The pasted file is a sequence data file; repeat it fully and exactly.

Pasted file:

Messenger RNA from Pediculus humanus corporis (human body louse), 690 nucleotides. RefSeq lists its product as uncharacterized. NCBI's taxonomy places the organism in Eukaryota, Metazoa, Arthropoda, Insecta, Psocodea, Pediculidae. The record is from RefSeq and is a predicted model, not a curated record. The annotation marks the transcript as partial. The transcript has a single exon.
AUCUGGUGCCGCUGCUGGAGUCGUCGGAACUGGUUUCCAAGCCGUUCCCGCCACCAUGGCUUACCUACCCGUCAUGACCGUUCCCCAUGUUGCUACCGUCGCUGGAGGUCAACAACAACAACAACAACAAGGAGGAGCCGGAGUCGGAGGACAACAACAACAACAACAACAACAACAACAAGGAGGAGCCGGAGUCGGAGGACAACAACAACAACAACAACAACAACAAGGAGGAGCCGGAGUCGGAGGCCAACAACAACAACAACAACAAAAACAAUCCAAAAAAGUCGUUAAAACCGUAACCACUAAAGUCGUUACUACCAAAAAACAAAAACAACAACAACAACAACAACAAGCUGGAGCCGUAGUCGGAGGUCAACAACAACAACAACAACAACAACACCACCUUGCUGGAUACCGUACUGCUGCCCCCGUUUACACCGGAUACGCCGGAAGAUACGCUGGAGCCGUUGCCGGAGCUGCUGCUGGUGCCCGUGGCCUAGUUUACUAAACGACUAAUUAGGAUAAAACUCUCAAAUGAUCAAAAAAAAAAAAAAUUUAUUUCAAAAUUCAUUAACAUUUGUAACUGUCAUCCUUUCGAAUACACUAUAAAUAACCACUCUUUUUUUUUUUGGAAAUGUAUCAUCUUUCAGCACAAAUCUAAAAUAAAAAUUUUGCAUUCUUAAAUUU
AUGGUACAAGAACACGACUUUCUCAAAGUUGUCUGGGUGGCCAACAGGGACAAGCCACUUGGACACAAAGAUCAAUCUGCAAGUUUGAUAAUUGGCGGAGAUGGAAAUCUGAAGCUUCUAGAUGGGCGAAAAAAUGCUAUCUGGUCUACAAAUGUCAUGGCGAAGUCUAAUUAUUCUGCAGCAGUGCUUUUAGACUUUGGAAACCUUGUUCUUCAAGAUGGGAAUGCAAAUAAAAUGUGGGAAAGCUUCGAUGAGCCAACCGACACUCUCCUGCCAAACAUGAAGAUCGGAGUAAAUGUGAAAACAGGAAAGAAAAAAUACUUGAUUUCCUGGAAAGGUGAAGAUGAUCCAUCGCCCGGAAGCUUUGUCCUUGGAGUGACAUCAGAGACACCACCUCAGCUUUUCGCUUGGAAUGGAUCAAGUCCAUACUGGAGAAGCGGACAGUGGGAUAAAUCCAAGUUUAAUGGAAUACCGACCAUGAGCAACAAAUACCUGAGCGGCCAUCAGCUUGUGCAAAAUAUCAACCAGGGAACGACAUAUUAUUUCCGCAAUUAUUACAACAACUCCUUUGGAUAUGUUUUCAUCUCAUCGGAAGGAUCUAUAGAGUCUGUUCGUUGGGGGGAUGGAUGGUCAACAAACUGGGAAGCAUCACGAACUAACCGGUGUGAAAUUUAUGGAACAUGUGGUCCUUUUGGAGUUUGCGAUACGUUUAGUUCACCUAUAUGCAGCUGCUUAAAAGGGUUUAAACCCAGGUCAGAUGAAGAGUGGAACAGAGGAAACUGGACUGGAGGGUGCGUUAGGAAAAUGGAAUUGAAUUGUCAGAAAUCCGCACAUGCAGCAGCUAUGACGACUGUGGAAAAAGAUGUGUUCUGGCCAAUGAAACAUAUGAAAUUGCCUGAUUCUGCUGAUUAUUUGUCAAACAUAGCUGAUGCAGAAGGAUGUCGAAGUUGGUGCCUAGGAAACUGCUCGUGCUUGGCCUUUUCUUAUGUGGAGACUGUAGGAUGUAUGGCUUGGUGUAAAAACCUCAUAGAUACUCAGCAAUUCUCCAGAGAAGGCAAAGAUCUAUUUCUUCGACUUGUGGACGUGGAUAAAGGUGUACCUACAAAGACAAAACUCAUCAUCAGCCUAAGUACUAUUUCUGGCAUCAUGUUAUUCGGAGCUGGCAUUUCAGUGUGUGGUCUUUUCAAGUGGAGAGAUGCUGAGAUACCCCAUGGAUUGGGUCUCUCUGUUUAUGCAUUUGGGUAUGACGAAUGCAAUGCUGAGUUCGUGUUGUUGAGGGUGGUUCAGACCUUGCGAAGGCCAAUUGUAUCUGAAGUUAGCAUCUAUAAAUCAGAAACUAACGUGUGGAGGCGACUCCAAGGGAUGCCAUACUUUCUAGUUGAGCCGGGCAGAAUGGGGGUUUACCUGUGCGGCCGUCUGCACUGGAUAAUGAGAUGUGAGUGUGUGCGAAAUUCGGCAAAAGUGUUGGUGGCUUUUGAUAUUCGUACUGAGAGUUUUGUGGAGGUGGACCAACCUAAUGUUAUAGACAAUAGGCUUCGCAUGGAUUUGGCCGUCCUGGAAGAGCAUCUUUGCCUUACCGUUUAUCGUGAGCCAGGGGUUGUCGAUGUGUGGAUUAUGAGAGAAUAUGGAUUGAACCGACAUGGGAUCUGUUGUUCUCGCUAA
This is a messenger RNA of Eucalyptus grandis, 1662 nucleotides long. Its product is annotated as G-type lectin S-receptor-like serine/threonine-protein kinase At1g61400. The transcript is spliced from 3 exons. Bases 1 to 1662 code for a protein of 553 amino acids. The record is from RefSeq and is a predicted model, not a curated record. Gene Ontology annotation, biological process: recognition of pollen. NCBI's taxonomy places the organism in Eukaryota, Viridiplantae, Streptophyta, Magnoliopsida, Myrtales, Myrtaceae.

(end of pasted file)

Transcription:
Messenger RNA from Pediculus humanus corporis (human body louse), 690 nucleotides. RefSeq lists its product as uncharacterized. NCBI's taxonomy places the organism in Eukaryota, Metazoa, Arthropoda, Insecta, Psocodea, Pediculidae. The record is from RefSeq and is a predicted model, not a curated record. The annotation marks the transcript as partial. The transcript has a single exon.
AUCUGGUGCCGCUGCUGGAGUCGUCGGAACUGGUUUCCAAGCCGUUCCCGCCACCAUGGCUUACCUACCCGUCAUGACCGUUCCCCAUGUUGCUACCGUCGCUGGAGGUCAACAACAACAACAACAACAAGGAGGAGCCGGAGUCGGAGGACAACAACAACAACAACAACAACAACAACAAGGAGGAGCCGGAGUCGGAGGACAACAACAACAACAACAACAACAACAAGGAGGAGCCGGAGUCGGAGGCCAACAACAACAACAACAACAAAAACAAUCCAAAAAAGUCGUUAAAACCGUAACCACUAAAGUCGUUACUACCAAAAAACAAAAACAACAACAACAACAACAACAAGCUGGAGCCGUAGUCGGAGGUCAACAACAACAACAACAACAACAACACCACCUUGCUGGAUACCGUACUGCUGCCCCCGUUUACACCGGAUACGCCGGAAGAUACGCUGGAGCCGUUGCCGGAGCUGCUGCUGGUGCCCGUGGCCUAGUUUACUAAACGACUAAUUAGGAUAAAACUCUCAAAUGAUCAAAAAAAAAAAAAAUUUAUUUCAAAAUUCAUUAACAUUUGUAACUGUCAUCCUUUCGAAUACACUAUAAAUAACCACUCUUUUUUUUUUUGGAAAUGUAUCAUCUUUCAGCACAAAUCUAAAAUAAAAAUUUUGCAUUCUUAAAUUU
AUGGUACAAGAACACGACUUUCUCAAAGUUGUCUGGGUGGCCAACAGGGACAAGCCACUUGGACACAAAGAUCAAUCUGCAAGUUUGAUAAUUGGCGGAGAUGGAAAUCUGAAGCUUCUAGAUGGGCGAAAAAAUGCUAUCUGGUCUACAAAUGUCAUGGCGAAGUCUAAUUAUUCUGCAGCAGUGCUUUUAGACUUUGGAAACCUUGUUCUUCAAGAUGGGAAUGCAAAUAAAAUGUGGGAAAGCUUCGAUGAGCCAACCGACACUCUCCUGCCAAACAUGAAGAUCGGAGUAAAUGUGAAAACAGGAAAGAAAAAAUACUUGAUUUCCUGGAAAGGUGAAGAUGAUCCAUCGCCCGGAAGCUUUGUCCUUGGAGUGACAUCAGAGACACCACCUCAGCUUUUCGCUUGGAAUGGAUCAAGUCCAUACUGGAGAAGCGGACAGUGGGAUAAAUCCAAGUUUAAUGGAAUACCGACCAUGAGCAACAAAUACCUGAGCGGCCAUCAGCUUGUGCAAAAUAUCAACCAGGGAACGACAUAUUAUUUCCGCAAUUAUUACAACAACUCCUUUGGAUAUGUUUUCAUCUCAUCGGAAGGAUCUAUAGAGUCUGUUCGUUGGGGGGAUGGAUGGUCAACAAACUGGGAAGCAUCACGAACUAACCGGUGUGAAAUUUAUGGAACAUGUGGUCCUUUUGGAGUUUGCGAUACGUUUAGUUCACCUAUAUGCAGCUGCUUAAAAGGGUUUAAACCCAGGUCAGAUGAAGAGUGGAACAGAGGAAACUGGACUGGAGGGUGCGUUAGGAAAAUGGAAUUGAAUUGUCAGAAAUCCGCACAUGCAGCAGCUAUGACGACUGUGGAAAAAGAUGUGUUCUGGCCAAUGAAACAUAUGAAAUUGCCUGAUUCUGCUGAUUAUUUGUCAAACAUAGCUGAUGCAGAAGGAUGUCGAAGUUGGUGCCUAGGAAACUGCUCGUGCUUGGCCUUUUCUUAUGUGGAGACUGUAGGAUGUAUGGCUUGGUGUAAAAACCUCAUAGAUACUCAGCAAUUCUCCAGAGAAGGCAAAGAUCUAUUUCUUCGACUUGUGGACGUGGAUAAAGGUGUACCUACAAAGACAAAACUCAUCAUCAGCCUAAGUACUAUUUCUGGCAUCAUGUUAUUCGGAGCUGGCAUUUCAGUGUGUGGUCUUUUCAAGUGGAGAGAUGCUGAGAUACCCCAUGGAUUGGGUCUCUCUGUUUAUGCAUUUGGGUAUGACGAAUGCAAUGCUGAGUUCGUGUUGUUGAGGGUGGUUCAGACCUUGCGAAGGCCAAUUGUAUCUGAAGUUAGCAUCUAUAAAUCAGAAACUAACGUGUGGAGGCGACUCCAAGGGAUGCCAUACUUUCUAGUUGAGCCGGGCAGAAUGGGGGUUUACCUGUGCGGCCGUCUGCACUGGAUAAUGAGAUGUGAGUGUGUGCGAAAUUCGGCAAAAGUGUUGGUGGCUUUUGAUAUUCGUACUGAGAGUUUUGUGGAGGUGGACCAACCUAAUGUUAUAGACAAUAGGCUUCGCAUGGAUUUGGCCGUCCUGGAAGAGCAUCUUUGCCUUACCGUUUAUCGUGAGCCAGGGGUUGUCGAUGUGUGGAUUAUGAGAGAAUAUGGAUUGAACCGACAUGGGAUCUGUUGUUCUCGCUAA
This is a messenger RNA of Eucalyptus grandis, 1662 nucleotides long. Its product is annotated as G-type lectin S-receptor-like serine/threonine-protein kinase At1g61400. The transcript is spliced from 3 exons. Bases 1 to 1662 code for a protein of 553 amino acids. The record is from RefSeq and is a predicted model, not a curated record. Gene Ontology annotation, biological process: recognition of pollen. NCBI's taxonomy places the organism in Eukaryota, Viridiplantae, Streptophyta, Magnoliopsida, Myrtales, Myrtaceae.